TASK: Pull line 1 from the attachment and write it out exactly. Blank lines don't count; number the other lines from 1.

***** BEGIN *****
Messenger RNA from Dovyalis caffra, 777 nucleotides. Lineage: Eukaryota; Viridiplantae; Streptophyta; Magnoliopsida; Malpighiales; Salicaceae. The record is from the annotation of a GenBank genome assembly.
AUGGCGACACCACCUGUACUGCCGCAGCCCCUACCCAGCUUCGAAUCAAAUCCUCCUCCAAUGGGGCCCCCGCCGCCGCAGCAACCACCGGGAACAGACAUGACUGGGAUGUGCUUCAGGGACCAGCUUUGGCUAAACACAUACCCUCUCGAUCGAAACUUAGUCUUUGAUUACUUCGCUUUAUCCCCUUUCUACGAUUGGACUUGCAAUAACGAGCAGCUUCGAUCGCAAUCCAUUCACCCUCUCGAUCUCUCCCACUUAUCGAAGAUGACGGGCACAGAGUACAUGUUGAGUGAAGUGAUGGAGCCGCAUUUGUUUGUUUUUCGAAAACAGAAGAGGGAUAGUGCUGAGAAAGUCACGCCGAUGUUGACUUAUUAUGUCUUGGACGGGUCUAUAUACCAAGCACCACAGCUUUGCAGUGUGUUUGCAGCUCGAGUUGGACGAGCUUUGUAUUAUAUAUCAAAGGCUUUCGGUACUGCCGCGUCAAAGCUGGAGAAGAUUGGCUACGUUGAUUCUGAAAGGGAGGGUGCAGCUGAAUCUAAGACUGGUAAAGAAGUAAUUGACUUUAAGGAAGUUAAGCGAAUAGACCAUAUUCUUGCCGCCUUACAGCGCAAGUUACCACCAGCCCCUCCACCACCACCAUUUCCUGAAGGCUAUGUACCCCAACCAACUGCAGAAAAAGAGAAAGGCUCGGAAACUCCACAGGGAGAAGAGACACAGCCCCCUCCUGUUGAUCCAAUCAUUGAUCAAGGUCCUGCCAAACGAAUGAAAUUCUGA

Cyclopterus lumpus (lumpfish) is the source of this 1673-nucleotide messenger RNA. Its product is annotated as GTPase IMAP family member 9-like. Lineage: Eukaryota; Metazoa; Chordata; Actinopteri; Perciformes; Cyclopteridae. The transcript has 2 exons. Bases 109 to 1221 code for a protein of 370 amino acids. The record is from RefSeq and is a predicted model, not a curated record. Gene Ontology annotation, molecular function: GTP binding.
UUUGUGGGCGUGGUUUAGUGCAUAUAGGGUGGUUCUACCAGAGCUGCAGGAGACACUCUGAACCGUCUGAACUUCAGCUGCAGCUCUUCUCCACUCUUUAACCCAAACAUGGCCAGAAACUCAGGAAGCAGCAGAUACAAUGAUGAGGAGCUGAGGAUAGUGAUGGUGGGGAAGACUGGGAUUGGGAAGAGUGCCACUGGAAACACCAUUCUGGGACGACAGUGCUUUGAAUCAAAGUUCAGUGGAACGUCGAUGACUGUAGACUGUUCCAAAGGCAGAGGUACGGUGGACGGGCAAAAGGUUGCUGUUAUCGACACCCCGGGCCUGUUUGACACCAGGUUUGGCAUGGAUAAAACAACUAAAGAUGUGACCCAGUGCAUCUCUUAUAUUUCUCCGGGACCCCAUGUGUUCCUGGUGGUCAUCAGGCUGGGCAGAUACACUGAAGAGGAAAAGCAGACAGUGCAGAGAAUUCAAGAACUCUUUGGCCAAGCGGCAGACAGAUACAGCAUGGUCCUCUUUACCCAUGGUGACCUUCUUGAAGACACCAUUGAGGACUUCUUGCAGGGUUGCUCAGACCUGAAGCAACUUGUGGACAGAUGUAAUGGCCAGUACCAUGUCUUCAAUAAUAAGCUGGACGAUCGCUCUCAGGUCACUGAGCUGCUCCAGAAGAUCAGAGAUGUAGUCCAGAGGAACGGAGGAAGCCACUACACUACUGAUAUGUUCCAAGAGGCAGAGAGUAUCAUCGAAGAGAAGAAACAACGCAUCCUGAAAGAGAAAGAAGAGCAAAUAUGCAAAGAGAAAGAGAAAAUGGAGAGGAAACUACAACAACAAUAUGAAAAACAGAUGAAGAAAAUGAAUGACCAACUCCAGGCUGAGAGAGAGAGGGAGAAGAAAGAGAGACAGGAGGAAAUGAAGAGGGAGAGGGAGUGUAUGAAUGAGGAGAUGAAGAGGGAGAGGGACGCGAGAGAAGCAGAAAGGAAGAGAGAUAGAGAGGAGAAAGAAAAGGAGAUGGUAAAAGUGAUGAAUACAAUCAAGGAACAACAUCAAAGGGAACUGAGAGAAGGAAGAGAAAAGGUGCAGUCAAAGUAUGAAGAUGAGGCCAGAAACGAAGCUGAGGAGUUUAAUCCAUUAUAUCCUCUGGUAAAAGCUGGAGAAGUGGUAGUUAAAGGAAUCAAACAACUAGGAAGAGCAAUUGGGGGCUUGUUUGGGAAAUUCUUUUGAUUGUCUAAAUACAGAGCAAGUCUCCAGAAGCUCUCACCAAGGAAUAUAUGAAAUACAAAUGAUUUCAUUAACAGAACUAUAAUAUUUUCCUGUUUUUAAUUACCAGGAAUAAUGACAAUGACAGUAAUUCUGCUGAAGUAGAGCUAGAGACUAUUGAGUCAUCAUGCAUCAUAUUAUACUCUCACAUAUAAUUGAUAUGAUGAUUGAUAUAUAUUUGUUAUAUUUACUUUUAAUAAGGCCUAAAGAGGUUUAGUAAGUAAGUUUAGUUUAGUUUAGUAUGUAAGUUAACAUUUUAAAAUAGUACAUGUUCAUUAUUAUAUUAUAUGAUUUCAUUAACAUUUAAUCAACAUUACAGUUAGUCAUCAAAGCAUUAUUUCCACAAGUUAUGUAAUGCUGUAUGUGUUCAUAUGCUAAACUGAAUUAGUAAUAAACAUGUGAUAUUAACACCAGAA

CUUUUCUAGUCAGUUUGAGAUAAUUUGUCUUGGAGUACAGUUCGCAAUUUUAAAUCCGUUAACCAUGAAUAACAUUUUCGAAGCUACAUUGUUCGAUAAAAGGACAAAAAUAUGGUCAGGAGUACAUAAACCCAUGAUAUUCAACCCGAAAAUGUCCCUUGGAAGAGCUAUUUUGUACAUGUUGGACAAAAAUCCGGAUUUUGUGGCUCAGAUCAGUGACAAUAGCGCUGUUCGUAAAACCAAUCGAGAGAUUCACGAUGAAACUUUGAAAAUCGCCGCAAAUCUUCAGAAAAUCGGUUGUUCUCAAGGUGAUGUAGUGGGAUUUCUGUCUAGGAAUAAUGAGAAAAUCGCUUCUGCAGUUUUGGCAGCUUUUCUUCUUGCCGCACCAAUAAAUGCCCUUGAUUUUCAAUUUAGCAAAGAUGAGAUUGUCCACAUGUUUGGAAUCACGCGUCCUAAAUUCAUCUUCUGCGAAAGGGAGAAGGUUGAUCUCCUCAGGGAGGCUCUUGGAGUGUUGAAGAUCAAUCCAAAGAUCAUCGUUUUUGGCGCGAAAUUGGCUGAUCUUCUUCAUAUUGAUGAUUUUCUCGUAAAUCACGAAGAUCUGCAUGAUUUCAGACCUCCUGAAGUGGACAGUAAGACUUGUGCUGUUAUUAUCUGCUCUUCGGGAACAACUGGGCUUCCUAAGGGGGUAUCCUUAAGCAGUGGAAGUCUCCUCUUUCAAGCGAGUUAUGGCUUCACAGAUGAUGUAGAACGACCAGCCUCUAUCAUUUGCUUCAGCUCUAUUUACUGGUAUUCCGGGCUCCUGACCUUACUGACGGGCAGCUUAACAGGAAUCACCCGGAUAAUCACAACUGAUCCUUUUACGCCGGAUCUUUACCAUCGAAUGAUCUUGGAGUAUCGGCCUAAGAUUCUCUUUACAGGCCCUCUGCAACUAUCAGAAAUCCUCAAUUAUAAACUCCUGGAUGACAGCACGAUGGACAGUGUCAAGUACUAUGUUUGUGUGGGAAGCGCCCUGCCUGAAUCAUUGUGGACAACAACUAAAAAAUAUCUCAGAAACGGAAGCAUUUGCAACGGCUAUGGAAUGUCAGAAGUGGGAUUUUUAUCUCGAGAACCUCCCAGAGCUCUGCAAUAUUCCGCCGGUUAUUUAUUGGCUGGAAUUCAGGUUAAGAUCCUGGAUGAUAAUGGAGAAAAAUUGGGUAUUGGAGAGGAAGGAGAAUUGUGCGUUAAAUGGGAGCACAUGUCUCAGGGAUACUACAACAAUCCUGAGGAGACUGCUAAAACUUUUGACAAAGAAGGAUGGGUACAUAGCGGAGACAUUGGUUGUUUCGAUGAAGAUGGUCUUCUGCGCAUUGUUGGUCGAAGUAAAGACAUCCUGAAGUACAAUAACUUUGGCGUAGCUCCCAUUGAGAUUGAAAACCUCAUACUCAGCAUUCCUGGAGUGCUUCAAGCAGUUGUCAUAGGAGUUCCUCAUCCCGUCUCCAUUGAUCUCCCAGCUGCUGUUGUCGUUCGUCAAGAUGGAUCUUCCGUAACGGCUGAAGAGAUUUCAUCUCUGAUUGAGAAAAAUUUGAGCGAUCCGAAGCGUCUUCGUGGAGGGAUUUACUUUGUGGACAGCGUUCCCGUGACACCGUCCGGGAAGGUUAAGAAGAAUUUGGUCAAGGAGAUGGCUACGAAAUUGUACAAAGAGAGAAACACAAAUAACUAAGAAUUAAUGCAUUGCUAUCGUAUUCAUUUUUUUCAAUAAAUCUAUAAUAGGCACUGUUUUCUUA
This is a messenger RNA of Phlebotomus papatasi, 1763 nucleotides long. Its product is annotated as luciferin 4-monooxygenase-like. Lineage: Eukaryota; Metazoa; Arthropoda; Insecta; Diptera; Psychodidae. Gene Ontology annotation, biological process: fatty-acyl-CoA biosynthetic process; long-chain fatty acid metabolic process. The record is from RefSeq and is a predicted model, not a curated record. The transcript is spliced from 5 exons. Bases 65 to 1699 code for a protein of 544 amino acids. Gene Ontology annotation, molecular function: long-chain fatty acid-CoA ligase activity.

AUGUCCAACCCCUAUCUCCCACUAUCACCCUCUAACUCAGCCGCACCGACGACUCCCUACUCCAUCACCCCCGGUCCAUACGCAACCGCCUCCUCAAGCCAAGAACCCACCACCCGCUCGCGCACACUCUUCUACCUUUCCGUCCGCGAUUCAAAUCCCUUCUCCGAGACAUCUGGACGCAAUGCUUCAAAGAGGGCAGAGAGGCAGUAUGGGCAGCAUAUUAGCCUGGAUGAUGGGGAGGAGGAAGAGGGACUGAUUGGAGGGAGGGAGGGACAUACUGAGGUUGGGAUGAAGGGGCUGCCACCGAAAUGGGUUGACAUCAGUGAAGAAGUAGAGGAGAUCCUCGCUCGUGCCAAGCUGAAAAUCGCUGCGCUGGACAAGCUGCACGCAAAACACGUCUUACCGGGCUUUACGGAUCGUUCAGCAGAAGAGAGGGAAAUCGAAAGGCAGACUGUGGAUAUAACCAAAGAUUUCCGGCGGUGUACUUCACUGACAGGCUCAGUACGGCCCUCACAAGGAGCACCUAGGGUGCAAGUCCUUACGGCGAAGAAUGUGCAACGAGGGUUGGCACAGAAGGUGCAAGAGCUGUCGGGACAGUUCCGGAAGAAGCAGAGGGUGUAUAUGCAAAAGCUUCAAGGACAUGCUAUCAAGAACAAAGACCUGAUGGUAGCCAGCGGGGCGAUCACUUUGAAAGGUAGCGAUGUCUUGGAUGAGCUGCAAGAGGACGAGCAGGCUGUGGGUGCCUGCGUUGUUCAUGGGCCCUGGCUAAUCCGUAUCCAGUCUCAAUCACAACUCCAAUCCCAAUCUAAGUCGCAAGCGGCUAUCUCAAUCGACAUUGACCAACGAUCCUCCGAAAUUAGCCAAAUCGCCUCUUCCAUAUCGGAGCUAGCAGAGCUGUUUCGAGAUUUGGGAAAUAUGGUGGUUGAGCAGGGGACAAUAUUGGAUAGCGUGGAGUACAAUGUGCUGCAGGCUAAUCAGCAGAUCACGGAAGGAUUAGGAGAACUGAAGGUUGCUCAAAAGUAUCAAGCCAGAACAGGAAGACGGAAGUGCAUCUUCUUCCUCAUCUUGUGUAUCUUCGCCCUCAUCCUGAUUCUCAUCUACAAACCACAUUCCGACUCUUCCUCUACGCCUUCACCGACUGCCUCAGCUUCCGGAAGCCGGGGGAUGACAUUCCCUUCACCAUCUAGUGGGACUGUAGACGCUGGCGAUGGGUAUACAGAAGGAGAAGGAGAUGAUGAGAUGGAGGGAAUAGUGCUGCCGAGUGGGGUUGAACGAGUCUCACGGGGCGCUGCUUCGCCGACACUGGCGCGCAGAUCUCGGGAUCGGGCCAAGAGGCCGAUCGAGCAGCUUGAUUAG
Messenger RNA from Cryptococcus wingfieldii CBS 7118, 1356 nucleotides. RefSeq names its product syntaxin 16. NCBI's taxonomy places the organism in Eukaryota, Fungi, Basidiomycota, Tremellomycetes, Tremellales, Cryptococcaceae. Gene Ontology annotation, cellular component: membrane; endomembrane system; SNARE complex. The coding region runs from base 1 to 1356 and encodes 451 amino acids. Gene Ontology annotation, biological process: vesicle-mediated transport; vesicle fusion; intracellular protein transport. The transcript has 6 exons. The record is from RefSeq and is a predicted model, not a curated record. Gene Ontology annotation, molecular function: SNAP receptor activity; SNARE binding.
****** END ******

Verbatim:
Messenger RNA from Dovyalis caffra, 777 nucleotides. Lineage: Eukaryota; Viridiplantae; Streptophyta; Magnoliopsida; Malpighiales; Salicaceae. The record is from the annotation of a GenBank genome assembly.